Inclusive education in school reality: A Finnish case

Lead Author Suvi, Lakkala
Institution Contact University of Lapland, Faculty of Education, PO Box 122, 96101 Rovaniemi, Finland
Co-Authors Outi Kyrö-Ämmälä, University of Lapland, Rovaniemi, Finland Tuija Turunen, University of Lapland, Rovaniemi, Finland
Theme Theme 4: Building Long-term Human Capacity
Session Name 4.3 Teacher Education in the Arctic, sustainable schools, and relevant learning: Towards Social Justice and Inclusion
Presentation Type Poster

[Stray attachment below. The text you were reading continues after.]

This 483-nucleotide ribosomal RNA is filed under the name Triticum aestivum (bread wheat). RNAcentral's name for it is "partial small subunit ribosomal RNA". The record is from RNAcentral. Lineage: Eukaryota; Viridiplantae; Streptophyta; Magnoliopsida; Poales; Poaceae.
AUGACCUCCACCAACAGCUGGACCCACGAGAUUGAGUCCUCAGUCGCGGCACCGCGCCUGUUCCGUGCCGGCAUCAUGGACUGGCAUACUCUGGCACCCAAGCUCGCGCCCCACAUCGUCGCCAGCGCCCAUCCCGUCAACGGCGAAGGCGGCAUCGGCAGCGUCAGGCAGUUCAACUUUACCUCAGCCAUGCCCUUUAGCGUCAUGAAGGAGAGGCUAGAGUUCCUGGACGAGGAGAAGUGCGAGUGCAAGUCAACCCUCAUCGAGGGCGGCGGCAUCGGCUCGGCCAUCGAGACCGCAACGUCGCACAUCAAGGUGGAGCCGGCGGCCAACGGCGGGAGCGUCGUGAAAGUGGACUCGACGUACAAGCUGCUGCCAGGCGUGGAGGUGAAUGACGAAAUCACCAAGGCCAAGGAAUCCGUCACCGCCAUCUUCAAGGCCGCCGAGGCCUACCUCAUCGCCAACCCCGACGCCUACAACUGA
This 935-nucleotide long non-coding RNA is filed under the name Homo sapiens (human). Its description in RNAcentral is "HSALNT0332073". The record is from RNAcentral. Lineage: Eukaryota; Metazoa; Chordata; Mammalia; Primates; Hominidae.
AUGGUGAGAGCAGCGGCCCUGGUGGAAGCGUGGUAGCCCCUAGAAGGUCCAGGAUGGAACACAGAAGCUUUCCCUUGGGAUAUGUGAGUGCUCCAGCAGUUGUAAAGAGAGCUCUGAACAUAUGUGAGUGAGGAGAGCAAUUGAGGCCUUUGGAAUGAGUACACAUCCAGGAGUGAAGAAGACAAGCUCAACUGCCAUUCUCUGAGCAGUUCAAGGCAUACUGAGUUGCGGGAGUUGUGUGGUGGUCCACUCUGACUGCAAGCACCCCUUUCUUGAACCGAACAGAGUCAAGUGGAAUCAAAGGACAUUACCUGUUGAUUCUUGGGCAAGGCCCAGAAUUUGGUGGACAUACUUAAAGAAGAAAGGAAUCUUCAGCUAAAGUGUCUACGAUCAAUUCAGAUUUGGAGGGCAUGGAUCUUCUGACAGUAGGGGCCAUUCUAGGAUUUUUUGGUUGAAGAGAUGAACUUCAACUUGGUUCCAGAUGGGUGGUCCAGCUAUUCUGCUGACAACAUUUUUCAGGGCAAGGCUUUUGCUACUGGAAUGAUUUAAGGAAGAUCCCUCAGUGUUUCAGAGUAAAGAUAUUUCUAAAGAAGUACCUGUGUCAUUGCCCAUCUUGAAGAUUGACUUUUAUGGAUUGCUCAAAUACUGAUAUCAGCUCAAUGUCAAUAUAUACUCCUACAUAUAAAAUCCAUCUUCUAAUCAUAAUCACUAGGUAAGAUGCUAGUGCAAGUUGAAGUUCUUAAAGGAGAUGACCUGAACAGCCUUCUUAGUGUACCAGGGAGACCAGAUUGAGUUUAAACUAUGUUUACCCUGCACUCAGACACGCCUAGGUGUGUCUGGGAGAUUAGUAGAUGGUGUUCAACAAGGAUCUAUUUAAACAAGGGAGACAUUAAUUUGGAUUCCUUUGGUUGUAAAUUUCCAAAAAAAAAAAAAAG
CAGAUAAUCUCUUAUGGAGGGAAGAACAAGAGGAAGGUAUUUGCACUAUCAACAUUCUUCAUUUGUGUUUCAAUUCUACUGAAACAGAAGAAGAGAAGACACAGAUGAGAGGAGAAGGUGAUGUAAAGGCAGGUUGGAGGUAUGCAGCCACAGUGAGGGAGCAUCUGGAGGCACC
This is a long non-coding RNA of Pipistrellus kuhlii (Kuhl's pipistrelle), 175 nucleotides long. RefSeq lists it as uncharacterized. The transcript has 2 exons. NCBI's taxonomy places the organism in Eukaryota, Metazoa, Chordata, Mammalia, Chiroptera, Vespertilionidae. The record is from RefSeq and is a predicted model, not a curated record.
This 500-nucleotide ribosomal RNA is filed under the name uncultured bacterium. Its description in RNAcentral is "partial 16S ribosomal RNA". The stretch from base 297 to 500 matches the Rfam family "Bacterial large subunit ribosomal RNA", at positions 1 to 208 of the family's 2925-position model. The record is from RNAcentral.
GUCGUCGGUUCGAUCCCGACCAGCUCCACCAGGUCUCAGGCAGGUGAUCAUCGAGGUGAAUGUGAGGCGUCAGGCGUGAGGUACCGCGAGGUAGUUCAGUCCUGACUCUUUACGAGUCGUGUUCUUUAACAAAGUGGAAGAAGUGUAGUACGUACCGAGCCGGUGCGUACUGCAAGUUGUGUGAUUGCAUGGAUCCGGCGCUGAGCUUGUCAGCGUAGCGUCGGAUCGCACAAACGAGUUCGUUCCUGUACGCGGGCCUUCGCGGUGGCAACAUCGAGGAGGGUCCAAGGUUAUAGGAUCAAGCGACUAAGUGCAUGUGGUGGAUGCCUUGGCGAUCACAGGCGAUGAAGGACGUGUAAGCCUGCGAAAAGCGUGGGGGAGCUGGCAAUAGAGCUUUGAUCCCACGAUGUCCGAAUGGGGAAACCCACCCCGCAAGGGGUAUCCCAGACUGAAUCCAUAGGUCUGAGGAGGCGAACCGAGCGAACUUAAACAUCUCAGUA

Abstract text This paper reports some preliminary research findings from the Finnish arm of an Erasmus+ project that aims to promote equality among students with diverse socio-psychological, cognitive or social needs. The SPESA project (Inclusive Education: Socio-psychologic, Educational and Social Aspects) runs between 2014 and 2017 and includes four European countries: Finland, Lithuania, Austria and Poland. The theoretical framework is based on changes in the inclusive paradigm, from segregation to integration and inclusion. In Finland, the research focuses on inclusive practices in everyday school life. The study employed an ethnographic approach: the researchers visited two primary school classrooms, in which they observed lessons and interviewed students, parents and teachers. The classroom teachers kept pedagogical journals to record their reflections on the main elements of inclusive practices in classroom. The research question was: What are the main elements of inclusive practices in classroom? The findings indicate that the relationship between teachers and students is the cornerstone of inclusive education. The teachers displayed aspects of respect for individuality through encouragement, social engagement, sensitivity and approachability. They also emphasised the sense of community by organising social activities, enhancing social skills, promoting dialogue on ethical matters in their classrooms, appreciating diversity and empowering their students. These findings exemplify, that to be successful, inclusive pedagogy does not necessarily require large investments in the student/teacher ratio, study materials, equipment, etc. Rather, the key factor is that teachers are willing to support their students based on individual needs, and promote a sense of belonging to the school community.